C. E. Murphy, Thunderbird Falls (Luna Books, 2006)

Jo Walker is back, and I, for one, am glad she is. Not only is she back, she has stopped worrying so much about her shamanic powers (settling instead for cautious engagement), and she's not getting knocked on the head so often.

Thunderbird Falls is the second installment in C. E. Murphy's ongoing tale of Joanne Walker (Siobhan Walkingstick), the six-foot Irish-Cherokee mechanic with the Seattle Police Department who had been busted back to walking a beat just as her adventures in Urban Shaman began. This time around, she's being set up to facilitate the re-entry of a malevolent spirit into our world -- and I mean set up. I don't blame her for not seeing it coming: I didn't either.

Walker has consequences. That's about the best way I can think of to say it. Some of these consequences are holdovers from her encounter with Cernunnos and the Wild Hunt: Seattle is suffering through an unheard-of heat wave, ascribed to Walker's "tinkering" with things she didn't understand. Coyote, her spirit guide, insists that she needs a teacher, and suddenly, one appears in her garden, her personal space in the spirit realm, shortly after a confrontation with the Ur-Serpent, with whom Walker makes a bargain she's likely to regret. The complications start with a dead woman in the showers at the university gym where Walker has her fencing lessons. The dead woman happens to have been a member of the coven of witches who are going to change the world for the better, and who manage to con Walker into working with them. And there is an actual thunderbird. (The consequences in this adventure involve an earthquake and a new waterfall, and not only is everything not what it seems, almost nothing is what it seems.)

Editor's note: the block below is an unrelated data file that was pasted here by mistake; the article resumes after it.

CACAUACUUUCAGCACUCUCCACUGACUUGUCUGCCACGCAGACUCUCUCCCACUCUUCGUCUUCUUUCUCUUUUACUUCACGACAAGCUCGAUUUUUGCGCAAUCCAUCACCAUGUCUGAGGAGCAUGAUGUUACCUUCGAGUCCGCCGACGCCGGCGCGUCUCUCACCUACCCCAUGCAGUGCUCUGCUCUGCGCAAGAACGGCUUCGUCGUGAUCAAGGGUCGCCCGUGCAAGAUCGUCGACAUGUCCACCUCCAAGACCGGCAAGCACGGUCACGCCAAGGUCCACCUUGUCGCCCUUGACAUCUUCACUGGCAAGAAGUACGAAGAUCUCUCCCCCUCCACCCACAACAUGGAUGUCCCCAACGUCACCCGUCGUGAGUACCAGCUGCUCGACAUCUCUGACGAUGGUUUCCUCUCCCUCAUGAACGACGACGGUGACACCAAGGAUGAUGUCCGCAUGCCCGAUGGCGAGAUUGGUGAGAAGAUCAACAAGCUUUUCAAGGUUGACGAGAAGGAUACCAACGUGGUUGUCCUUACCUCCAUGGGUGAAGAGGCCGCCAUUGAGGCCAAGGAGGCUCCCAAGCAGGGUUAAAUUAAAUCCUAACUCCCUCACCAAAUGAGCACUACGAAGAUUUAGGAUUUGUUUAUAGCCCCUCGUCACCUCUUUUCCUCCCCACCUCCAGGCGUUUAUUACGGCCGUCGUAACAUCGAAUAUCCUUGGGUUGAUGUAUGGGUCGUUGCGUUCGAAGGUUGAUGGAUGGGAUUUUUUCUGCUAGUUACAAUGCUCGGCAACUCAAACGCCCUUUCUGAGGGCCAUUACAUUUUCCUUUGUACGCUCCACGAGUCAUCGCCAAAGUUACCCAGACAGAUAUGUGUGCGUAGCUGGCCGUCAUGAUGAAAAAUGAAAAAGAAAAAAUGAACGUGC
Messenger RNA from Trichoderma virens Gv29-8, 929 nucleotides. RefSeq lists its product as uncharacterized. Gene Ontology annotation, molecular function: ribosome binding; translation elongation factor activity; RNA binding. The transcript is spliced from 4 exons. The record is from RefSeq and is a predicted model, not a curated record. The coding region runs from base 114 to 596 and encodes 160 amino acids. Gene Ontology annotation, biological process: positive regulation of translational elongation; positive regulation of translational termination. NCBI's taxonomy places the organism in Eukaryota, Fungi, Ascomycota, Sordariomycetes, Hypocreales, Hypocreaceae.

Although I didn't feel that Urban Shaman had quite jelled, Thunderbird Falls did come together for me: it's a sassy, engaging and absorbing contemporary fantasy. Walker herself is more believable as a character, and the interactions between Walker and Morrison, her commander, are richer and a bit edgier. I even enjoyed her sojourns in the spirit realm, which is something I usually find chancy at best. Murphy is building a coherent and believable universe peopled by engaging characters, both real and imaginary, and manages to come up with some plot twists and hidden motivations that keep the surprises coming.

This is an enjoyable adventure story. Murphy is a capable storyteller and a fluent wordsmith. I am looking forward to further adventures of Joanne Walker.

[Robert M. Tilendis]

C. E. Murphy, also known as Cate Dermody, can be found at A Multitude of Me.